No Guarantee Saudis to Repeat Price Cut That Drove Oil LowerDebjit Chakraborty and Yuji Okada
Asian traders are split on whether Saudi Arabia will deepen the crude price cuts that propelled oil into a bear market this month.
State-run Saudi Arabian Oil Co. will announce official selling prices for supplies to buyers in Asia for December next week after cutting prices to the lowest in almost six years for a month earlier. The world’s biggest oil exporter will further discount supplies, according to seven respondents in a Bloomberg survey of traders. Six people forecast prices to be unchanged and two predict an increase.
Saudi Arabia’s decision may signal whether the biggest producers in the Organization of Petroleum Exporting Countries will offer bigger discounts to defend market share as the highest U.S. output in three decades boosts global supplies. After the most recent price cut on Oct. 1, Brent crude tumbled 9 percent and West Texas Intermediate slumped 11 percent amid speculation that OPEC won’t reduce production.
“The Saudis will have to reduce prices to remain competitive in Asia,” B.K. Namdeo, the refineries director at Hindustan Petroleum Corp., India’s third-largest state refiner, said by phone yesterday. “The only other option is to curtail output if they are desperate to hold on to prices.”
Saudi Arabia cut prices for all grades and to all regions for November. The Asian price of the Arab Light grade was lowered by $1 a barrel to a discount of $1.05 to the average of Oman and Dubai crudes, the benchmark published by Platts, the energy-information division of McGraw Hill Financial Inc. That’s the lowest since December 2008.
Iran followed with its own price reductions a week later, also selling its oil to Asia in November at the biggest discount in almost six years. Kuwait and Iraq also lowered official prices.
The discounted supplies show how Middle East oil producers are seeking to hold on to customers in Asia, where they face increased competition. Cargoes from the U.S. to Russia and Latin America to Africa are finding buyers in the region amid a surplus in international markets.
“There is an upcoming OPEC meeting later this month and Saudi Arabia will probably not change its policy ahead of the meeting,” Takashi Hayashida, the chief executive officer of Elements Capital, said by phone from Tokyo.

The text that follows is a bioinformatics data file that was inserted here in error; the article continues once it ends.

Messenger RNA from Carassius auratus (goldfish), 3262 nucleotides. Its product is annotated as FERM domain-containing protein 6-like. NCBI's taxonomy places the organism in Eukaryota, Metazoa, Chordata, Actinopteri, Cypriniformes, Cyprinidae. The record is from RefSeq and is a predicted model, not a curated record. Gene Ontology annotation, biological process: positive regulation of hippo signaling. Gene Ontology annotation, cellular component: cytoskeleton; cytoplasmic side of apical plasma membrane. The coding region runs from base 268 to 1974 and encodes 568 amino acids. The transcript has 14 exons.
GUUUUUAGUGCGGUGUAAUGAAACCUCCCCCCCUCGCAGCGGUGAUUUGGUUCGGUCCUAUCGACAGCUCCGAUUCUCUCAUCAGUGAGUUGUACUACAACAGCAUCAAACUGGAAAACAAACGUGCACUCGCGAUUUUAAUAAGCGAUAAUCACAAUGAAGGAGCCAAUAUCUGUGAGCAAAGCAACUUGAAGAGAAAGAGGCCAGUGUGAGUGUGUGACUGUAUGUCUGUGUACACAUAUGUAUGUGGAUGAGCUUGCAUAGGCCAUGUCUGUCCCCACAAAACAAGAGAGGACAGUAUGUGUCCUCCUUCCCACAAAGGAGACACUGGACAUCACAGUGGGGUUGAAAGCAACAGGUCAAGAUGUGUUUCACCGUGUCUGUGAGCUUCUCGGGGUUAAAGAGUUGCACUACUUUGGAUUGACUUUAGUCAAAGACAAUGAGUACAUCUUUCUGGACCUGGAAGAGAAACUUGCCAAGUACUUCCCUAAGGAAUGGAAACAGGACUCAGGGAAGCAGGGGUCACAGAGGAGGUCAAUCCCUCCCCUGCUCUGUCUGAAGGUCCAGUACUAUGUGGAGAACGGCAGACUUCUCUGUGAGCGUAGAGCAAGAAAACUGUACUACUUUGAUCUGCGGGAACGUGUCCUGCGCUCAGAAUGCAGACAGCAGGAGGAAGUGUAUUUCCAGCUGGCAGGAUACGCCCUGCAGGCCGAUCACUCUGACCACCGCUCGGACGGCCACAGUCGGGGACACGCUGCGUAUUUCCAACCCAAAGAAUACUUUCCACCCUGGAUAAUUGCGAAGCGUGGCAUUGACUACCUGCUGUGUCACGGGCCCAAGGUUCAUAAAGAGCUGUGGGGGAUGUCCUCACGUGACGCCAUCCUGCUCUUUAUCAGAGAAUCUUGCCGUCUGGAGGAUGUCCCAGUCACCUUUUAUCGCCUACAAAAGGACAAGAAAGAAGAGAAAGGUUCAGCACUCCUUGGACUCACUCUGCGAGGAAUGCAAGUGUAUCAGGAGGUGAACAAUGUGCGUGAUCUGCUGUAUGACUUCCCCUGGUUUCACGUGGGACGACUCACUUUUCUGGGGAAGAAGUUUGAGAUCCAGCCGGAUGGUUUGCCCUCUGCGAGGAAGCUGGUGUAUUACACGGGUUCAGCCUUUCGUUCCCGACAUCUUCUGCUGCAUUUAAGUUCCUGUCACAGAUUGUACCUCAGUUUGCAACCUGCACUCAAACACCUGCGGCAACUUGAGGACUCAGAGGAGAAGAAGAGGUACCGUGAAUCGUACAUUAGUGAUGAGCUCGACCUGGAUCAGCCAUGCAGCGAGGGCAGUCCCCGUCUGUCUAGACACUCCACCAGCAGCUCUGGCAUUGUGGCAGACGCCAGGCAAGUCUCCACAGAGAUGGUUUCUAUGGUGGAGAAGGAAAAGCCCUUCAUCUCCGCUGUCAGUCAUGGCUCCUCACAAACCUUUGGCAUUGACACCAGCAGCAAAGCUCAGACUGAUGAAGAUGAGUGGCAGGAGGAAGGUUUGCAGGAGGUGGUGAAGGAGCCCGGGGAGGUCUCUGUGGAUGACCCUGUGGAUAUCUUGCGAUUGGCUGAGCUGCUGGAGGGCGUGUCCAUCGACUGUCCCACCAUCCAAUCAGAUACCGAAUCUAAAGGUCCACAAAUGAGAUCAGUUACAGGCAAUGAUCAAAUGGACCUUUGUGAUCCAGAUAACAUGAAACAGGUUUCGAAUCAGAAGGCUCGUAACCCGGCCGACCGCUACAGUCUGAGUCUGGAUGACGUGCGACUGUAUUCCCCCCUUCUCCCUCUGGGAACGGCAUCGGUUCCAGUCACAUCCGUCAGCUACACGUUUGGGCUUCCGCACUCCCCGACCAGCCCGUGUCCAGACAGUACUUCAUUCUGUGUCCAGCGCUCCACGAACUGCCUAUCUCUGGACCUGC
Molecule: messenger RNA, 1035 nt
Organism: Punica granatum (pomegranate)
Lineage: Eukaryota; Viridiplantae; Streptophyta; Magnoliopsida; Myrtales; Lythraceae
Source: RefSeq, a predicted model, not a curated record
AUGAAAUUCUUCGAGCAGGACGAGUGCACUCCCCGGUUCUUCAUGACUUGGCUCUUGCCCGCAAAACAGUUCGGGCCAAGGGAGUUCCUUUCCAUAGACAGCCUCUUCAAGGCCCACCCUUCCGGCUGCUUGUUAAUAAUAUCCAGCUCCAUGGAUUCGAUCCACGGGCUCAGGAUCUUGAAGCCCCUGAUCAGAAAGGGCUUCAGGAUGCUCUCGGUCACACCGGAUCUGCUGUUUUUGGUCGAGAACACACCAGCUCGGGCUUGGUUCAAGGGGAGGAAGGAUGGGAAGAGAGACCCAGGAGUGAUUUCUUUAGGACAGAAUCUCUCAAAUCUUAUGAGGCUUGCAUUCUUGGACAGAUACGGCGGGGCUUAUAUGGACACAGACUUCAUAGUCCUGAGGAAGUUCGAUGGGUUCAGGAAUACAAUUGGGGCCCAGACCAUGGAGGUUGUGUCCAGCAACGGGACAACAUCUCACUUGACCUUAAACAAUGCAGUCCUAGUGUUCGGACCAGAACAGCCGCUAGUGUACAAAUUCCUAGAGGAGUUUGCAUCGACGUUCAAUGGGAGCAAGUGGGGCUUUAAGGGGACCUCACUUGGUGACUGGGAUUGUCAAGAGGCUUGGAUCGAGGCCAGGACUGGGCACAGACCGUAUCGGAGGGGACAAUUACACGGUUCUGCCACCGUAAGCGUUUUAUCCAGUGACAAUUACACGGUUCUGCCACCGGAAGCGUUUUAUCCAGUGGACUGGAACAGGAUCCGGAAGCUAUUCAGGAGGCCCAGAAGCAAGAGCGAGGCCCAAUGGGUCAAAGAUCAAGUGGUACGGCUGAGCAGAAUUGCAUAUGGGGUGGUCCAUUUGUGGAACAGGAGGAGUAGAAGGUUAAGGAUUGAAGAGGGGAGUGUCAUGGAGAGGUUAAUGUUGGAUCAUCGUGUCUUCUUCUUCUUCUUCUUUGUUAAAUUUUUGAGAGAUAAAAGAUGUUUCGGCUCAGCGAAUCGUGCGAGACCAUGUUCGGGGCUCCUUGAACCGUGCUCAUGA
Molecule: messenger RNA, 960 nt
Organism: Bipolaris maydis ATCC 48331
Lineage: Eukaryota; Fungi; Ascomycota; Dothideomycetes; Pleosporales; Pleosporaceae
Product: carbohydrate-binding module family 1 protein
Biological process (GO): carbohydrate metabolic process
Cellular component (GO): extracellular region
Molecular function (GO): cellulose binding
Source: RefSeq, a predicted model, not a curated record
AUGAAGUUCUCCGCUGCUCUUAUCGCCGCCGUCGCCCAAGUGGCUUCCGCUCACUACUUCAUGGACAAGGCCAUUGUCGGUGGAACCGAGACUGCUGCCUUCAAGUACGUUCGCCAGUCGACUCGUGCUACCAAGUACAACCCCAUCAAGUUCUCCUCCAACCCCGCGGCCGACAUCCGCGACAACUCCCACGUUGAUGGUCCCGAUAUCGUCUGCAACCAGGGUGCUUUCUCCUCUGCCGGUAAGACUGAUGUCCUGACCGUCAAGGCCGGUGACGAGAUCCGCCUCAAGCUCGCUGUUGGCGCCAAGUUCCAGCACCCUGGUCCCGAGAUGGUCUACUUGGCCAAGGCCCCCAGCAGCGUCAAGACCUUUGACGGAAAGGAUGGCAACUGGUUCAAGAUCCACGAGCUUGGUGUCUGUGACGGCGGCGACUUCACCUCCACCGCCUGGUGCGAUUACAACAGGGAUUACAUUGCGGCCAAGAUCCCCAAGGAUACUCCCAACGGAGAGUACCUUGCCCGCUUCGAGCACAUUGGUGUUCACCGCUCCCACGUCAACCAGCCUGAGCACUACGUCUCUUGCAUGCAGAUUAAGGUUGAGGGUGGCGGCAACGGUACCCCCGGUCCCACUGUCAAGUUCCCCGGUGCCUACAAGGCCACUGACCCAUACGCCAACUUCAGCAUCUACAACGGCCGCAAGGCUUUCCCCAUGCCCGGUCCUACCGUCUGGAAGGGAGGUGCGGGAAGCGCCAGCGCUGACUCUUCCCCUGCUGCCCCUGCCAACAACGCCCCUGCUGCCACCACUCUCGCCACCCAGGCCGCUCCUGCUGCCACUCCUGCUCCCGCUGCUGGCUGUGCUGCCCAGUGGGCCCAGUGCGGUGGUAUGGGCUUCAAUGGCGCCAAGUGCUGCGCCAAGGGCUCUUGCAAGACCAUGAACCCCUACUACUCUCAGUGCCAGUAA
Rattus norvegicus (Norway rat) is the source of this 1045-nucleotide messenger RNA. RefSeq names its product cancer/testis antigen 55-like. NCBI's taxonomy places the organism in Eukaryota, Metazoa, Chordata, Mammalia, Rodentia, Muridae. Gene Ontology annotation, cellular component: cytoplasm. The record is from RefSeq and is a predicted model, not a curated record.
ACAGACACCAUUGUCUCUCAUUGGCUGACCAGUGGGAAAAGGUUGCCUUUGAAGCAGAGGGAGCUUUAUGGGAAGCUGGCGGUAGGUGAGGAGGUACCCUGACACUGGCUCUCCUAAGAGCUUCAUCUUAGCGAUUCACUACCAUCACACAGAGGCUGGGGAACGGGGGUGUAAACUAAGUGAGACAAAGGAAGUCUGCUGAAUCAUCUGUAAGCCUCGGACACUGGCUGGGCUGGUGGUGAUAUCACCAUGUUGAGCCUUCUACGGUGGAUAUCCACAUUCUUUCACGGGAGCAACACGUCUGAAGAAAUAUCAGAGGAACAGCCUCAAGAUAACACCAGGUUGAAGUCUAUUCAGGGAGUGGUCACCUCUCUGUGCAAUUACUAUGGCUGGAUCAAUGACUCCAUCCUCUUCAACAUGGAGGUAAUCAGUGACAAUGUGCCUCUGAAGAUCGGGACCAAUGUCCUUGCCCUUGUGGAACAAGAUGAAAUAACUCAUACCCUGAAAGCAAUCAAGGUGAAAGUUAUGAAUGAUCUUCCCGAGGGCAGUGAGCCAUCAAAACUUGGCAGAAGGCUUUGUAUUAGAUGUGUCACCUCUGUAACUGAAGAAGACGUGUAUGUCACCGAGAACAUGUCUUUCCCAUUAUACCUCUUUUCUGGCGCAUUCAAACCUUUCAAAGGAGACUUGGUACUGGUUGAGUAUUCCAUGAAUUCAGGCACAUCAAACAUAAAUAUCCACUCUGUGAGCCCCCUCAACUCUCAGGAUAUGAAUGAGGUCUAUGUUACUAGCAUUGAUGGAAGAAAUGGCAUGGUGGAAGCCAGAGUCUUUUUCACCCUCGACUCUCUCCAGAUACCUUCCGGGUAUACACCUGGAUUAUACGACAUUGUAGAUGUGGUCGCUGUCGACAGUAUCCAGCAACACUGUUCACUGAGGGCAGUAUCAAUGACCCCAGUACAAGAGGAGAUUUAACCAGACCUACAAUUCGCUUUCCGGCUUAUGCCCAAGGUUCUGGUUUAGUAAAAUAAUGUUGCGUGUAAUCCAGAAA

OPEC is unlikely to lower its production ceiling when it meets Nov. 27 in Vienna, said Mohsen Qamsari, director for international affairs at state-run National Iranian Oil Co., according to a Shana report on Oct. 27.
Futures for Brent and West Texas Intermediate, the U.S. benchmark, have both fallen more than 20 percent from their June peaks, meeting the common definition of a bear market. Brent was trading at $85.52 a barrel on the London-based ICE Futures Europe exchange at 10:36 a.m. WTI was at $80.57 a barrel on the New York Mercantile Exchange.
Members of OPEC, who pump about 40 percent of the world’s oil, aren’t waging a price war and haven’t demanded an emergency response to the plunge in crude futures, Abdalla El-Badri, the group’s secretary-general, said at the Oil & Money conference in London on Oct. 29.
OPEC’s collective output in 2015 will remain close to this year’s level of about 30 million barrels a day, he said.
Some representatives have called for action. The group’s output target should be cut to 29.5 million barrels a day, Libyan OPEC governor Samir Kamal said by e-mail on Oct. 27. The market is oversupplied by about 1 million barrels a day, he said in a separate e-mail on Oct. 22.
Global supplies are increasing as a combination of horizontal drilling and hydraulic fracturing, or fracking, has unlocked supplies from shale formations in the U.S. Output expanded to 8.97 million barrels a day in the week ended Oct. 24, according to the Energy Information Administration. That’s the most in data going back to Jan. 14, 1983.
Saudi Arabia produced an estimated 9.7 million barrels a day in September, data compiled by Bloomberg show.
“The market is closely looking at whether the Saudis will start adjusting their output,” Hayashida said. “The market’s attention is focused on if the Saudis will retain its position as a swing producer or if the U.S. will take over the swing producer role.”